Augustine’s rep for political toughness extends beyond grave
Talk about a tough campaigner. Even in death, Kathy Augustine appears to be edging her opponents in the Republican primary for state treasurer.
Augustine, whose death by heart attack July 11 is being investigated, was no stranger to negative campaigning in a career that saw her win a seat in the Legislature, become state controller and survive impeachment. She surprised everyone when she announced that she was making a political comeback by running for treasurer, and the pundit consensus gave her no chance to succeed. But the crowd often has underestimated Augustine.
She not only decided to run, but she appeared to be running ahead of her primary opponents, Mark DeStefano and Joe Pitts, at the time of her death. Now she’s the answer to a current-events question.
After watching the election season become particularly nasty, one GOP insider told me, “The only candidate who isn’t going negative is Kathy Augustine.”
The unintended strategy seems to be working.
Whether it’s the result of a way of honoring Augustine’s memory or a lack of affection for her opponents, she appears to be holding her own during early voting. Republican women’s groups are pulling for her vocally in tribute, and she surely enjoys a name recognition that’s superior to that of DeStefano and Pitts.
If Augustine prevails in the primary, the Republican State Central Committee will select her stand-in in time for the general election. There are several candidates who are prepared to step in should it be necessary.
One of the more intriguing possibilities is former state Sen. Sue Lowden.
It would be difficult to find someone Augustine would have approved of more. They were close friends in politics and life.
Lowden and Augustine met while their children were attending St. Viator Catholic School. They served on committees, shared the ups and downs of raising their families and eventually gravitated toward politics. The former St. Viator moms eventually served together in the state Senate.
Unimpressed with DeStefano’s credentials and his 1989 bankruptcy, some local Republicans began drafting a plan following Augustine’s death. When Lowden agreed to stand by and then stand in her friend’s stead in the treasurer’s race, the strategy began to surface.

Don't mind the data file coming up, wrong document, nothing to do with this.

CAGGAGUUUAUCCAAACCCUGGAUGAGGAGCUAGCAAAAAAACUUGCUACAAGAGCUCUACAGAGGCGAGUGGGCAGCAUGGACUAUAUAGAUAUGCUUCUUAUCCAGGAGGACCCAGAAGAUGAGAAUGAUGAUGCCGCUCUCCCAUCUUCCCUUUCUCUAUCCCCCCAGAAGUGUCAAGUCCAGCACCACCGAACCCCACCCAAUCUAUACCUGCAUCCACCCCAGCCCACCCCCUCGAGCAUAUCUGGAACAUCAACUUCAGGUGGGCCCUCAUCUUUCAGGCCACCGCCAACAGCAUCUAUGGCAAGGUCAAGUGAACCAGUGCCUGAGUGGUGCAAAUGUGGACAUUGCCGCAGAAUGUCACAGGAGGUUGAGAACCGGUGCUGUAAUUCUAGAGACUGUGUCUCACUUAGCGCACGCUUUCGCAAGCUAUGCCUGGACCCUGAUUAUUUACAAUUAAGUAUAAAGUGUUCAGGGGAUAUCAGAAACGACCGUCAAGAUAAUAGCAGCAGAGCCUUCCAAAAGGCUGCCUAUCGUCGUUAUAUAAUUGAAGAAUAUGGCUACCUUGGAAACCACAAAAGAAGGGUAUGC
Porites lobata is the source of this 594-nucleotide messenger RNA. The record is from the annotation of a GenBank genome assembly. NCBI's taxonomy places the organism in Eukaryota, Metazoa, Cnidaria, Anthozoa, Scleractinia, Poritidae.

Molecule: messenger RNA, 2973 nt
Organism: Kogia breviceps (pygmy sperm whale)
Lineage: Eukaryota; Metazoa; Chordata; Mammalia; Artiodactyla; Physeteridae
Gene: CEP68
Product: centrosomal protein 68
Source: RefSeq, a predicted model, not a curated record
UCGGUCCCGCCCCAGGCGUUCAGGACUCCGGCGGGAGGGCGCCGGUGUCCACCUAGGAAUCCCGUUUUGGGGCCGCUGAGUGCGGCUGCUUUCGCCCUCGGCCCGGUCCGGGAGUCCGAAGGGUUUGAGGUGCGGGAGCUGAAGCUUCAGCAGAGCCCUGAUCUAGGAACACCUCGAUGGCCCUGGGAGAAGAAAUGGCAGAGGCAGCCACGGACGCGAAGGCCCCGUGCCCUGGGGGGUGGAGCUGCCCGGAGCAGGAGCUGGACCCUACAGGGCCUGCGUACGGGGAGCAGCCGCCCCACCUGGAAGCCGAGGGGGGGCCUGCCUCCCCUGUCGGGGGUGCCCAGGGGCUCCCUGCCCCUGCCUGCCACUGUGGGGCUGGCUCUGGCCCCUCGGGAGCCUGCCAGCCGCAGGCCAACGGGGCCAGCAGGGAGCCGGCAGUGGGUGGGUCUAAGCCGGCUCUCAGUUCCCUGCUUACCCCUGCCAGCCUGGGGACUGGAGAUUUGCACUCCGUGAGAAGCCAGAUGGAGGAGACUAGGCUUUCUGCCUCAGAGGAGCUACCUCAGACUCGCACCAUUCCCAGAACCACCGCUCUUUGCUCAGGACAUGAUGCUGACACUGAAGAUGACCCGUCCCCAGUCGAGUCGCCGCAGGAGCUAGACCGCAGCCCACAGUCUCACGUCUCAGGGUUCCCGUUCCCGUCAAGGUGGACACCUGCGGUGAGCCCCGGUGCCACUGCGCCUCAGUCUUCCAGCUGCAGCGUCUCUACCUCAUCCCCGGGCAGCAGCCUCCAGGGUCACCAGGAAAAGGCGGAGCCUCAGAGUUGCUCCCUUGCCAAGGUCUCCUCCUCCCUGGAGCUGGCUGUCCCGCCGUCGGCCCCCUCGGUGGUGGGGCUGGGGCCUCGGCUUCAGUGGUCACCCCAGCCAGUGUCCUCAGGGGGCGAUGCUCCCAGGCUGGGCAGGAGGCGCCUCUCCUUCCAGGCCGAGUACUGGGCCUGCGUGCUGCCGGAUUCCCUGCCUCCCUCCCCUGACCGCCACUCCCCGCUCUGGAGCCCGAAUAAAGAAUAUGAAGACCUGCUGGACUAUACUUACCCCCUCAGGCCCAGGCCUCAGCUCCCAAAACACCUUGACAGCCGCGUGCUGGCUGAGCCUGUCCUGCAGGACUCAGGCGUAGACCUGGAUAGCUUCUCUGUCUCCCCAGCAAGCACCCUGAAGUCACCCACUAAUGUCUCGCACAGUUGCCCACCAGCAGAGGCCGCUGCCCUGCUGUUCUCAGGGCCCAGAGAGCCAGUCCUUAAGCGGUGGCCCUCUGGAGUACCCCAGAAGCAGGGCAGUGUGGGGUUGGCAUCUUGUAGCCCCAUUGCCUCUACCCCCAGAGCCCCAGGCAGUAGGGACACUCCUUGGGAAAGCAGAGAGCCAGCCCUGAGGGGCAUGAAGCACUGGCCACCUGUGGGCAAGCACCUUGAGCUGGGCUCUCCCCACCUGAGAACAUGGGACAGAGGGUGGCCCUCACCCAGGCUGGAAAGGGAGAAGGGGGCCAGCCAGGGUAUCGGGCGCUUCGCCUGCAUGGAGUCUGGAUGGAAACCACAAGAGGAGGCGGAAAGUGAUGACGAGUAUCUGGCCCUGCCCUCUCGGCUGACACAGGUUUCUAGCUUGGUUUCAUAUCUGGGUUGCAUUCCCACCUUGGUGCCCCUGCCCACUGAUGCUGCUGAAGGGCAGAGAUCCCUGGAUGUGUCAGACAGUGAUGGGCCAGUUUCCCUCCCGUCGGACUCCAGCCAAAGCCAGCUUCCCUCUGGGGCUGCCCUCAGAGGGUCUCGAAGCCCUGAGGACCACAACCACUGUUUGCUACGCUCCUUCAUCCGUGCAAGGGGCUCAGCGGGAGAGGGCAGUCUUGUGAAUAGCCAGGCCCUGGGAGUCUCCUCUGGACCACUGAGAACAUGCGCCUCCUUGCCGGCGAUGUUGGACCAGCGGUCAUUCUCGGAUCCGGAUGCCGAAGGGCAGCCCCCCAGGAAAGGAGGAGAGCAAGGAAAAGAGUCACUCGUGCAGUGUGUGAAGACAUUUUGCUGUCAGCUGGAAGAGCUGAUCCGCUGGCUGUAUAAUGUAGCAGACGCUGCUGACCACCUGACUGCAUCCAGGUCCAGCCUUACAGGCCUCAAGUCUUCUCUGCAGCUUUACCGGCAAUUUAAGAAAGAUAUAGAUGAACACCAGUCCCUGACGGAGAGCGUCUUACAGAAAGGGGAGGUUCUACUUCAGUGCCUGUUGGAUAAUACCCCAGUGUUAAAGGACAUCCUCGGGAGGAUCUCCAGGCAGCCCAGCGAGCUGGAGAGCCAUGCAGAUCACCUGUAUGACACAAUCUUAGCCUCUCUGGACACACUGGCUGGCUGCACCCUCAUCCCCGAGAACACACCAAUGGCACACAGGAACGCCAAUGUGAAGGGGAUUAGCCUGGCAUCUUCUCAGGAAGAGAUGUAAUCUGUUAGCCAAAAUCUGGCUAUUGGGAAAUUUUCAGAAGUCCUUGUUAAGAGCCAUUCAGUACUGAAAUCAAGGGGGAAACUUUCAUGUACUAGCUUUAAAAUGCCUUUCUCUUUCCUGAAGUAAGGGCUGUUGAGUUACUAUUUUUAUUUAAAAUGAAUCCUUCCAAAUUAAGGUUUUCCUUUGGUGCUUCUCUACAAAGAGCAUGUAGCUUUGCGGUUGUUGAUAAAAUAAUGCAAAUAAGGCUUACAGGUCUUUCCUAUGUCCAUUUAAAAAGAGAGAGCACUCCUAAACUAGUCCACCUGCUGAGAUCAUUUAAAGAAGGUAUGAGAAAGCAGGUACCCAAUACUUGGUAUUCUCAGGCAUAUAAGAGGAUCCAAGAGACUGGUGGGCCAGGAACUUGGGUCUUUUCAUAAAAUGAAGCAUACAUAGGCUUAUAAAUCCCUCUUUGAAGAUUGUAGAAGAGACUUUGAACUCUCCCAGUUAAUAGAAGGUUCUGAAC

These days, Lowden spends most of her free time working as the treasurer of the national board of the Muscular Dystrophy Association, a charity with which she has been associated closely for a couple of decades. She also served in an executive capacity with her husband Paul Lowden’s Archon Corp., which owns the Pioneer Hotel and Gambling Hall in Laughlin.
In the Legislature, she chaired the Senate Taxation Committee and served as the party’s whip. In business, she helped to found Commercial Bank, which was bought out by Colonial Bank in the mid-1990s. She sits on Colonial’s board of directors.
Contacted Sunday night, Lowden kept her comments brief.
“I am flattered, and I’m always interested in public service,” Lowden said. “I think the position is one of the most important jobs in the state. I think the stewardship of the state’s money has been in great hands for the last 16 years, and it would be very big boots to fill.”
Of course, it all hinges on whether Augustine’s name continues to reverberate from now until Tuesday.
Republican activist Chuck Muth was the first to note the Augustine phenomenon. As president of Citizen Outreach, a public policy group that favors limited government, Muth has used a Global Automated survey to conclude that the Augustine question isn’t merely academic. The latest results show Augustine and DeStefano with 18 percent each, with 60 percent undecided.
Of course, Augustine is at a distinct disadvantage in the campaign.
Others said to be interested in the nomination include former treasurers Bob Seale and Patty Cafferata, along with Carson Treasurer Al Kramer.
Although Lowden seems like a natural stand-in for Augustine, it would be hard to argue against the experience and competence of Seale, who served as state treasurer from 1991 to 1999 and later was elected to the Assembly, or of Cafferata, who served as state treasurer from 1983 to 1987, performed as district attorney in three Nevada counties and now is a published author.
“If Kathy wins, she may have done the party a favor,” Muth says, alluding to DeStefano’s problematic bankruptcy history.
If she prevails in the Republican primary, it would be the ultimate comeback for the late Kathy Augustine.
• John L. Smith’s column, reprinted from the Las Vegas Review-Journal, appears on Thursdays on the Appeal’s Opinion page. E-mail him at email@example.com or call (702) 383-0295.